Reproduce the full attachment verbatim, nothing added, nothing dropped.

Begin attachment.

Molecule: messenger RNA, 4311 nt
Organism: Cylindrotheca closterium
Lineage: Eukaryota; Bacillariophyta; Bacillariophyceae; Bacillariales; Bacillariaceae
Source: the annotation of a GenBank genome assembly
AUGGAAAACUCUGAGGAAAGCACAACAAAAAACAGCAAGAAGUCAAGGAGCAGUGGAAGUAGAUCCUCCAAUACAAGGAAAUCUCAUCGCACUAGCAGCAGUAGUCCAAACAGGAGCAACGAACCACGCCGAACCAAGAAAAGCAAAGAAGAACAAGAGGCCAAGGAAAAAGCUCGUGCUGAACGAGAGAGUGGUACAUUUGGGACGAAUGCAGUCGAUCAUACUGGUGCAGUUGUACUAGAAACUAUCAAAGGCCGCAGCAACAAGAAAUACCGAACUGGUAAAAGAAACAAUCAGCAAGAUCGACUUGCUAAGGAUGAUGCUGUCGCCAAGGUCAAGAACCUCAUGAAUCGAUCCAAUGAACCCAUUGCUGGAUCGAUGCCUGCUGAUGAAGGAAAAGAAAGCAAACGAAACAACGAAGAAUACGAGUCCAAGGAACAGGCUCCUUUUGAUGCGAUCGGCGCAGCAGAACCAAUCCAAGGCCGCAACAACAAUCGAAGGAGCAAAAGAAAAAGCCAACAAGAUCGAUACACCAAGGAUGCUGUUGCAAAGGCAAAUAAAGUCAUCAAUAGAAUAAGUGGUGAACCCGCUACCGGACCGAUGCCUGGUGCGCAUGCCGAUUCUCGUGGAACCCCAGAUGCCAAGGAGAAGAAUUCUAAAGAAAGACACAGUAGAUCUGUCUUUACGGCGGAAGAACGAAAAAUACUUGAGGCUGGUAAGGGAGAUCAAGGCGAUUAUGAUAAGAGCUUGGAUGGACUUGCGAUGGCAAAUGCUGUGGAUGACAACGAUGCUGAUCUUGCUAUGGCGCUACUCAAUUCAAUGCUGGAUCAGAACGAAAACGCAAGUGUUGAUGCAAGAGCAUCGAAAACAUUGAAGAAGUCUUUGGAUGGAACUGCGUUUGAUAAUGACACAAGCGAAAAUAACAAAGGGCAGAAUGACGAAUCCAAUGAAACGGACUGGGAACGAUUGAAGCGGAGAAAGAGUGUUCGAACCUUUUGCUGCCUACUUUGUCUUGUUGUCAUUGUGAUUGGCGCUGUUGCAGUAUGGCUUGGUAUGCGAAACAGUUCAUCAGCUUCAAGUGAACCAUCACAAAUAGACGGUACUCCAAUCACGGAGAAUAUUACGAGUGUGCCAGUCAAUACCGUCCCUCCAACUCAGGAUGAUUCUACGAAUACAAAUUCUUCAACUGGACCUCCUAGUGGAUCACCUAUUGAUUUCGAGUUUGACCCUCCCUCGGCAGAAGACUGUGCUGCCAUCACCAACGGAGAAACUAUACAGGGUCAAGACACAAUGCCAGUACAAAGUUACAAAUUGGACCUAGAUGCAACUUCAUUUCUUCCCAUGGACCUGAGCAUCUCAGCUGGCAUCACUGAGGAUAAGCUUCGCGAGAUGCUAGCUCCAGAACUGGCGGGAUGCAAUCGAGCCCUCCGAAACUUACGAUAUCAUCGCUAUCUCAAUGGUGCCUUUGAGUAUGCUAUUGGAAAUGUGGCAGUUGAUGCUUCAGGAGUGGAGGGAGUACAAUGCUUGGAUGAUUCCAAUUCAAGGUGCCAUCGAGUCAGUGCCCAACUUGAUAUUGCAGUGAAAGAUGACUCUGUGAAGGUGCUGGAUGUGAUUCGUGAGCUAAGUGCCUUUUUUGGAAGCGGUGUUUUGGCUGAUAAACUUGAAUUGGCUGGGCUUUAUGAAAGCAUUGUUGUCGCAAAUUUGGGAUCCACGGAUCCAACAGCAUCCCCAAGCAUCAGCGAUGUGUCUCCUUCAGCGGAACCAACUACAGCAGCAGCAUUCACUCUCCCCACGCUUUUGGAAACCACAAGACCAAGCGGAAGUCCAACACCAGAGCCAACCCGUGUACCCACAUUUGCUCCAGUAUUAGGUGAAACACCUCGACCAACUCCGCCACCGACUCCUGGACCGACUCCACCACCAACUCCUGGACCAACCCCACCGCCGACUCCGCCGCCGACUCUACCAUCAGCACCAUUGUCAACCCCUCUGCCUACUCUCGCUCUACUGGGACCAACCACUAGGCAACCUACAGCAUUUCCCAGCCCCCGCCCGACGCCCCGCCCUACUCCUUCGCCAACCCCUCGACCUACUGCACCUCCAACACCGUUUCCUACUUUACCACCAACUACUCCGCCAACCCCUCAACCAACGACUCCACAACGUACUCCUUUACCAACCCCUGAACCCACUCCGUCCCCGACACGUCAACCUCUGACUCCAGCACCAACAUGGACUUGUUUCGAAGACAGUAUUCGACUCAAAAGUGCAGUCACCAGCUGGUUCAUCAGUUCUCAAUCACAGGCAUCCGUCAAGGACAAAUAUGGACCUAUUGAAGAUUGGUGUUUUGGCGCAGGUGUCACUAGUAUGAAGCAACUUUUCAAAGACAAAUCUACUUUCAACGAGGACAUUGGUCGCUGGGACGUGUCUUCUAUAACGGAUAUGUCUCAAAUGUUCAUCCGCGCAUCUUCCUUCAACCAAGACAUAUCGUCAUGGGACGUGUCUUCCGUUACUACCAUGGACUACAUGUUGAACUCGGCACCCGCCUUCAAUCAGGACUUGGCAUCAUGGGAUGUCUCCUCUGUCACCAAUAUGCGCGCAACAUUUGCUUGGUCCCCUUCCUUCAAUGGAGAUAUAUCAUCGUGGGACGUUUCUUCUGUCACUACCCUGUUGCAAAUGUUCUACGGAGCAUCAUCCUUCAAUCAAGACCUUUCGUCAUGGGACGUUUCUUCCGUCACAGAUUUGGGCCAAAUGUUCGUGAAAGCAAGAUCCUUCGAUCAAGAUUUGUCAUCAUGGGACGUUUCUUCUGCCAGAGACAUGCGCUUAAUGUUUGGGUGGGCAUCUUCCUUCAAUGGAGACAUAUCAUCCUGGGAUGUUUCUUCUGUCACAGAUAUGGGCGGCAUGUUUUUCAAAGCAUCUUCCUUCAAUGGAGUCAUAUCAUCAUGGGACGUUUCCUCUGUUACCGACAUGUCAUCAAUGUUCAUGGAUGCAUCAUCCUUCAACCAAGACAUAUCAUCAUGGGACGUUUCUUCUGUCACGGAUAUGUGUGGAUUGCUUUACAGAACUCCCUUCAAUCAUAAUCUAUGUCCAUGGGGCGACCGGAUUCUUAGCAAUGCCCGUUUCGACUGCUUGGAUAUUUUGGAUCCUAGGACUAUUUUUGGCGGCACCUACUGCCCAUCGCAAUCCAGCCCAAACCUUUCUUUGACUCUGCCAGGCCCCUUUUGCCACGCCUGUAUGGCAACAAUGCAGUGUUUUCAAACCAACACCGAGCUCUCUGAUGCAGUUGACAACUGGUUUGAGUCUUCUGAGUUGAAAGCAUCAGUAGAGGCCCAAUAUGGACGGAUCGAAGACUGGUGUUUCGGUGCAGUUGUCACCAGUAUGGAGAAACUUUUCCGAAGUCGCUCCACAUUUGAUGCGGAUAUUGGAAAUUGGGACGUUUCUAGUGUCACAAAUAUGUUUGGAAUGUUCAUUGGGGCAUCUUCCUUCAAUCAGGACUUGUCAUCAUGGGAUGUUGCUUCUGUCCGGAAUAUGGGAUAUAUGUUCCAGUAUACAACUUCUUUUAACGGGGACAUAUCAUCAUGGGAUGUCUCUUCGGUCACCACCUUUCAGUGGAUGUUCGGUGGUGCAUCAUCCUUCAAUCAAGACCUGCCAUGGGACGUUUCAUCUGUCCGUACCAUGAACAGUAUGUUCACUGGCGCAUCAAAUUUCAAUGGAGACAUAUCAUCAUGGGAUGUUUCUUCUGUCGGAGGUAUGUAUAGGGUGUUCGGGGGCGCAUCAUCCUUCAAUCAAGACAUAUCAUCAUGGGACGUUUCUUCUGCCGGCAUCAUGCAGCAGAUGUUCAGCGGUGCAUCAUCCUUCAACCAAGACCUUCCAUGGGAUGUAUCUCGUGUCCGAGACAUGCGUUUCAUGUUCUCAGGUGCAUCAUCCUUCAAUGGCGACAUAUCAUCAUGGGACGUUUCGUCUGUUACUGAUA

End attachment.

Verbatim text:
Molecule: messenger RNA, 4311 nt
Organism: Cylindrotheca closterium
Lineage: Eukaryota; Bacillariophyta; Bacillariophyceae; Bacillariales; Bacillariaceae
Source: the annotation of a GenBank genome assembly
AUGGAAAACUCUGAGGAAAGCACAACAAAAAACAGCAAGAAGUCAAGGAGCAGUGGAAGUAGAUCCUCCAAUACAAGGAAAUCUCAUCGCACUAGCAGCAGUAGUCCAAACAGGAGCAACGAACCACGCCGAACCAAGAAAAGCAAAGAAGAACAAGAGGCCAAGGAAAAAGCUCGUGCUGAACGAGAGAGUGGUACAUUUGGGACGAAUGCAGUCGAUCAUACUGGUGCAGUUGUACUAGAAACUAUCAAAGGCCGCAGCAACAAGAAAUACCGAACUGGUAAAAGAAACAAUCAGCAAGAUCGACUUGCUAAGGAUGAUGCUGUCGCCAAGGUCAAGAACCUCAUGAAUCGAUCCAAUGAACCCAUUGCUGGAUCGAUGCCUGCUGAUGAAGGAAAAGAAAGCAAACGAAACAACGAAGAAUACGAGUCCAAGGAACAGGCUCCUUUUGAUGCGAUCGGCGCAGCAGAACCAAUCCAAGGCCGCAACAACAAUCGAAGGAGCAAAAGAAAAAGCCAACAAGAUCGAUACACCAAGGAUGCUGUUGCAAAGGCAAAUAAAGUCAUCAAUAGAAUAAGUGGUGAACCCGCUACCGGACCGAUGCCUGGUGCGCAUGCCGAUUCUCGUGGAACCCCAGAUGCCAAGGAGAAGAAUUCUAAAGAAAGACACAGUAGAUCUGUCUUUACGGCGGAAGAACGAAAAAUACUUGAGGCUGGUAAGGGAGAUCAAGGCGAUUAUGAUAAGAGCUUGGAUGGACUUGCGAUGGCAAAUGCUGUGGAUGACAACGAUGCUGAUCUUGCUAUGGCGCUACUCAAUUCAAUGCUGGAUCAGAACGAAAACGCAAGUGUUGAUGCAAGAGCAUCGAAAACAUUGAAGAAGUCUUUGGAUGGAACUGCGUUUGAUAAUGACACAAGCGAAAAUAACAAAGGGCAGAAUGACGAAUCCAAUGAAACGGACUGGGAACGAUUGAAGCGGAGAAAGAGUGUUCGAACCUUUUGCUGCCUACUUUGUCUUGUUGUCAUUGUGAUUGGCGCUGUUGCAGUAUGGCUUGGUAUGCGAAACAGUUCAUCAGCUUCAAGUGAACCAUCACAAAUAGACGGUACUCCAAUCACGGAGAAUAUUACGAGUGUGCCAGUCAAUACCGUCCCUCCAACUCAGGAUGAUUCUACGAAUACAAAUUCUUCAACUGGACCUCCUAGUGGAUCACCUAUUGAUUUCGAGUUUGACCCUCCCUCGGCAGAAGACUGUGCUGCCAUCACCAACGGAGAAACUAUACAGGGUCAAGACACAAUGCCAGUACAAAGUUACAAAUUGGACCUAGAUGCAACUUCAUUUCUUCCCAUGGACCUGAGCAUCUCAGCUGGCAUCACUGAGGAUAAGCUUCGCGAGAUGCUAGCUCCAGAACUGGCGGGAUGCAAUCGAGCCCUCCGAAACUUACGAUAUCAUCGCUAUCUCAAUGGUGCCUUUGAGUAUGCUAUUGGAAAUGUGGCAGUUGAUGCUUCAGGAGUGGAGGGAGUACAAUGCUUGGAUGAUUCCAAUUCAAGGUGCCAUCGAGUCAGUGCCCAACUUGAUAUUGCAGUGAAAGAUGACUCUGUGAAGGUGCUGGAUGUGAUUCGUGAGCUAAGUGCCUUUUUUGGAAGCGGUGUUUUGGCUGAUAAACUUGAAUUGGCUGGGCUUUAUGAAAGCAUUGUUGUCGCAAAUUUGGGAUCCACGGAUCCAACAGCAUCCCCAAGCAUCAGCGAUGUGUCUCCUUCAGCGGAACCAACUACAGCAGCAGCAUUCACUCUCCCCACGCUUUUGGAAACCACAAGACCAAGCGGAAGUCCAACACCAGAGCCAACCCGUGUACCCACAUUUGCUCCAGUAUUAGGUGAAACACCUCGACCAACUCCGCCACCGACUCCUGGACCGACUCCACCACCAACUCCUGGACCAACCCCACCGCCGACUCCGCCGCCGACUCUACCAUCAGCACCAUUGUCAACCCCUCUGCCUACUCUCGCUCUACUGGGACCAACCACUAGGCAACCUACAGCAUUUCCCAGCCCCCGCCCGACGCCCCGCCCUACUCCUUCGCCAACCCCUCGACCUACUGCACCUCCAACACCGUUUCCUACUUUACCACCAACUACUCCGCCAACCCCUCAACCAACGACUCCACAACGUACUCCUUUACCAACCCCUGAACCCACUCCGUCCCCGACACGUCAACCUCUGACUCCAGCACCAACAUGGACUUGUUUCGAAGACAGUAUUCGACUCAAAAGUGCAGUCACCAGCUGGUUCAUCAGUUCUCAAUCACAGGCAUCCGUCAAGGACAAAUAUGGACCUAUUGAAGAUUGGUGUUUUGGCGCAGGUGUCACUAGUAUGAAGCAACUUUUCAAAGACAAAUCUACUUUCAACGAGGACAUUGGUCGCUGGGACGUGUCUUCUAUAACGGAUAUGUCUCAAAUGUUCAUCCGCGCAUCUUCCUUCAACCAAGACAUAUCGUCAUGGGACGUGUCUUCCGUUACUACCAUGGACUACAUGUUGAACUCGGCACCCGCCUUCAAUCAGGACUUGGCAUCAUGGGAUGUCUCCUCUGUCACCAAUAUGCGCGCAACAUUUGCUUGGUCCCCUUCCUUCAAUGGAGAUAUAUCAUCGUGGGACGUUUCUUCUGUCACUACCCUGUUGCAAAUGUUCUACGGAGCAUCAUCCUUCAAUCAAGACCUUUCGUCAUGGGACGUUUCUUCCGUCACAGAUUUGGGCCAAAUGUUCGUGAAAGCAAGAUCCUUCGAUCAAGAUUUGUCAUCAUGGGACGUUUCUUCUGCCAGAGACAUGCGCUUAAUGUUUGGGUGGGCAUCUUCCUUCAAUGGAGACAUAUCAUCCUGGGAUGUUUCUUCUGUCACAGAUAUGGGCGGCAUGUUUUUCAAAGCAUCUUCCUUCAAUGGAGUCAUAUCAUCAUGGGACGUUUCCUCUGUUACCGACAUGUCAUCAAUGUUCAUGGAUGCAUCAUCCUUCAACCAAGACAUAUCAUCAUGGGACGUUUCUUCUGUCACGGAUAUGUGUGGAUUGCUUUACAGAACUCCCUUCAAUCAUAAUCUAUGUCCAUGGGGCGACCGGAUUCUUAGCAAUGCCCGUUUCGACUGCUUGGAUAUUUUGGAUCCUAGGACUAUUUUUGGCGGCACCUACUGCCCAUCGCAAUCCAGCCCAAACCUUUCUUUGACUCUGCCAGGCCCCUUUUGCCACGCCUGUAUGGCAACAAUGCAGUGUUUUCAAACCAACACCGAGCUCUCUGAUGCAGUUGACAACUGGUUUGAGUCUUCUGAGUUGAAAGCAUCAGUAGAGGCCCAAUAUGGACGGAUCGAAGACUGGUGUUUCGGUGCAGUUGUCACCAGUAUGGAGAAACUUUUCCGAAGUCGCUCCACAUUUGAUGCGGAUAUUGGAAAUUGGGACGUUUCUAGUGUCACAAAUAUGUUUGGAAUGUUCAUUGGGGCAUCUUCCUUCAAUCAGGACUUGUCAUCAUGGGAUGUUGCUUCUGUCCGGAAUAUGGGAUAUAUGUUCCAGUAUACAACUUCUUUUAACGGGGACAUAUCAUCAUGGGAUGUCUCUUCGGUCACCACCUUUCAGUGGAUGUUCGGUGGUGCAUCAUCCUUCAAUCAAGACCUGCCAUGGGACGUUUCAUCUGUCCGUACCAUGAACAGUAUGUUCACUGGCGCAUCAAAUUUCAAUGGAGACAUAUCAUCAUGGGAUGUUUCUUCUGUCGGAGGUAUGUAUAGGGUGUUCGGGGGCGCAUCAUCCUUCAAUCAAGACAUAUCAUCAUGGGACGUUUCUUCUGCCGGCAUCAUGCAGCAGAUGUUCAGCGGUGCAUCAUCCUUCAACCAAGACCUUCCAUGGGAUGUAUCUCGUGUCCGAGACAUGCGUUUCAUGUUCUCAGGUGCAUCAUCCUUCAAUGGCGACAUAUCAUCAUGGGACGUUUCGUCUGUUACUGAUA